- Civilian review boards rarely have power. Review boards are often created in response to police brutality, but they are often toothless, relying on journalists and the media to apply pressure. They are granted meetings with police leaders to discuss issues or review cases but not much more. Often few complaints brought to these boards result in any action.
- Police unions are very powerful. Unions represent the needs of officers, not the needs of the police department or society. They are well funded compared to other unions (given the political nature of policing) giving them significant negotiating power with city governments. A primary duty of unions is to protect police jobs. “They are often the biggest opponent of reform minded chiefs. Minneapolis is a textbook example of this.” Minneapolis Police Union President Bob Krul, whose own words on violence are disturbing, has 29 complaints against him as an officer. He has stated he will get the jobs back for the officers involved in the George Floyd killing.
- Reasonable Fear laws reduce sentences. Prosecutors and juries, who depending on their ethnicity and neighborhood have had far different experiences with the police, are often willing to give officers the benefit of the doubt in use of force since they are viewed as public servants, taking risks for the greater good. The concept of reasonable fear laws is that officers have dangerous jobs with split second decisions: If an officer can make the argument that a reasonable officer would have been afraid for their life in that situation, than a jury or prosecutor is not supposed to convict or judge harshly.
In systems theory stasis is the tendency for systems to be resilient to change. Each part of a functioning (in the sense it achieves outcomes the people in it desire) system will naturally adapt to keep the system stable and even compensate for changes, neutralizing them.
This helps explain the pattern of:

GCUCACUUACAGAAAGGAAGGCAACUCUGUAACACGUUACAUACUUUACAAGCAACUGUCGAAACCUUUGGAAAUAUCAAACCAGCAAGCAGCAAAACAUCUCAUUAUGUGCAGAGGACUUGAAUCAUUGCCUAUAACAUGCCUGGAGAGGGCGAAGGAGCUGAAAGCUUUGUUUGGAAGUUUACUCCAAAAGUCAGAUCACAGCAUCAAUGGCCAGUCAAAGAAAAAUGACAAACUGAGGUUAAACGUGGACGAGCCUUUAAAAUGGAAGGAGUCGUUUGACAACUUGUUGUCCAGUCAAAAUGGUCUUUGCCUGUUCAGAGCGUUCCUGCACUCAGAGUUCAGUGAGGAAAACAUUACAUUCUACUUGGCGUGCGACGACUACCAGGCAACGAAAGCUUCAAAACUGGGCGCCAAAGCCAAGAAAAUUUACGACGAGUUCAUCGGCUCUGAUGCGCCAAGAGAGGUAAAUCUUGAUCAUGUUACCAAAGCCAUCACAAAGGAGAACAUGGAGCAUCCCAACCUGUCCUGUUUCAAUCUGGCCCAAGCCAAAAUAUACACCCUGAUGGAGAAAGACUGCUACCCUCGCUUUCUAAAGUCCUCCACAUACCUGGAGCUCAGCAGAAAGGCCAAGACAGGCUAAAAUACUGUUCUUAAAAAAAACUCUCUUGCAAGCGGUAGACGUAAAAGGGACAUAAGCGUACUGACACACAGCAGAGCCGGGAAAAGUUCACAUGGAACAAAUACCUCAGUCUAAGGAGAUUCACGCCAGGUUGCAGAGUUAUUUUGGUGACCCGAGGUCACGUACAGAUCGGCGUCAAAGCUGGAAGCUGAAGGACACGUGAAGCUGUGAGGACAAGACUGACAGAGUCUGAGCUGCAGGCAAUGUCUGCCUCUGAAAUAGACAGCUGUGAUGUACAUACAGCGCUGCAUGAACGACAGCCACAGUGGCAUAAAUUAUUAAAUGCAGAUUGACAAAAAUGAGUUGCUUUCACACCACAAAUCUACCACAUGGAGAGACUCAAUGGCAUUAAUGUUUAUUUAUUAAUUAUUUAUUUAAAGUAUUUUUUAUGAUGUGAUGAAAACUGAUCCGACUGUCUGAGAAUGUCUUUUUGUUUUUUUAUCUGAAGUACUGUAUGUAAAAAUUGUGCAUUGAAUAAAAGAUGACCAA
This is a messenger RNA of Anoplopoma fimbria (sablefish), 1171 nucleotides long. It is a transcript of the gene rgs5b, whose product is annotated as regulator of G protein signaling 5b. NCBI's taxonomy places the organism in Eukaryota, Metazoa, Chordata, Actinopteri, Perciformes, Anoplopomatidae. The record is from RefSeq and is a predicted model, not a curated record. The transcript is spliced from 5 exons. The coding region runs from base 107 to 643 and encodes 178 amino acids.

- Something terrible happens
- Society is outraged
- Change is demanded
- A new policy is created (or a police chief who believes in reform is hired)
- And… nothing changes
Dewan offers that “.. even an institution that wants to change itself can’t overcome it’s architecture.” There are often just too many powerful or slow moving forces that work against change happening. We don’t often talk about the value of institutions, but they are meant to provide value across generations. When designed and maintained well, the slow moving nature of an institution is an asset, not a liability. It’s a different scale of investment and return that many have forgotten.
Fixing a broken system usually requires:
- Studying similar systems and why change failed or succeeded
- Integrating different kinds of expertise
- Considering both symptoms and causes
- Attacking the problem from multiple directions
- Growing and nurturing a new culture with it’s own stasis/resilience
- Understanding feedback loops & how parts of the system influence each other often in complex ways
- Committing to the long term, possibly over generations, as change may require more than a single term for mayors, politicians or anyone involved, just to even successfully manage out the defenders of the status quo.
References / Related:
- The System That Protects Police, The Daily Podcast
- History of Police Reform in The U.S.
- The Marshall Project’s Book Recommendation List
- Reasonable Fear Laws
- Police Reform and the Dismantling of Legal Estrangement
- Thinking In Systems: A Primer
- Why Do We Accept Bad Systems?
- Should you Cheat or Fix a Broken System?
- Can You Have a Career In Solving Big World Problems?